Did you forget the day those tangerines bud out from your chest and your eyes formed the shape of almonds because you never listened to mother? Because she told you not to swallow the seed of those sweet and overripe guavas and you never listened. Because she told you the seeds were going to grow out of you and it will turn you into a part of the earth; a little farmland.
I could remember how tiny threads were growing from that hidden place, the place we called ‘that place’ and how after two days you showed me your ‘that place’ too and how we laughed because ‘that place’ was looking like a starved garden.
Well, there is something else I would love you to know. I should have told you two days ago. I had planned to leave Zaria two days back, immediately after my exams. But it was providence I guess.
There was a knock on my door, my door in Zaria, when the colour of the sun was a little mystery because it was intense, too intense. The knock was not from over the fence. It was not the sound of a cuckoo. I think it’s because we were one and still two.
But before I wag my slate-like back and run after him like you did, that tall boy from Funtua, I needed you to tell me few things, whenever you live again. I will wait.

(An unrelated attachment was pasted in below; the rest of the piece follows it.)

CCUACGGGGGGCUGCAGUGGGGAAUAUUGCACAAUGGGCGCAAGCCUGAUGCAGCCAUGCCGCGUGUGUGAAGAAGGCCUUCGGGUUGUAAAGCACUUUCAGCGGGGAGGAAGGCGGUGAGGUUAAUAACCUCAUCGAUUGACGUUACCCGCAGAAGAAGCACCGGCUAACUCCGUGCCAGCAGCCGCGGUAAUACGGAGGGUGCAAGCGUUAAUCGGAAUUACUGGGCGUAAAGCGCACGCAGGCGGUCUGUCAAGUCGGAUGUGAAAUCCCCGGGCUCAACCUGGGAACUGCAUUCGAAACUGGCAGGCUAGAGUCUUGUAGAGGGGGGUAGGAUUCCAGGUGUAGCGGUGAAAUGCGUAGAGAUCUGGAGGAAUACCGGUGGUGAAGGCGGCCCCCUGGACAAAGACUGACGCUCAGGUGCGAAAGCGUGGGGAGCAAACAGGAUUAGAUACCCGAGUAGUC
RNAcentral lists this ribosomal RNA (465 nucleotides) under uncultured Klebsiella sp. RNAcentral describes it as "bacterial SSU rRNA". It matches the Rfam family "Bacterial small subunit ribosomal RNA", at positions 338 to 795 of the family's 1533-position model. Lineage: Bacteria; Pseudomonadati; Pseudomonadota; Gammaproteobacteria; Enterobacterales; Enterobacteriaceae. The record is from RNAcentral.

Was he thick, thicker than blood, like the fluid life buried underneath our skins?
Did it open your eyes, so that you see like one of the angels; Gabriel, Uriel and the rest of them?
Why would you allow a rod, one made of meat and and crimsoned waters shove into you, tear you apart and leave you bleeding? This I find genuinely perturbing. More perturbing than the strange Yoruba names Dad decided to give us. More perturbing than the sleepless nights I had when I realized I was to school in the north.
He sang a song for you right? I know he did. Was it better than a nightingale? Was it better than Dad’s parrot mimicking the snoring of the sea at night? Did he sing better than me? Tell me. I know you forget the name Ozone anytime I sing. You would call me Lucifer and say flesh and blood had not put that into your mouth.
And lastly, that boy, what’s his name again? Why did he run away after putting it into you; that thing in your stomach?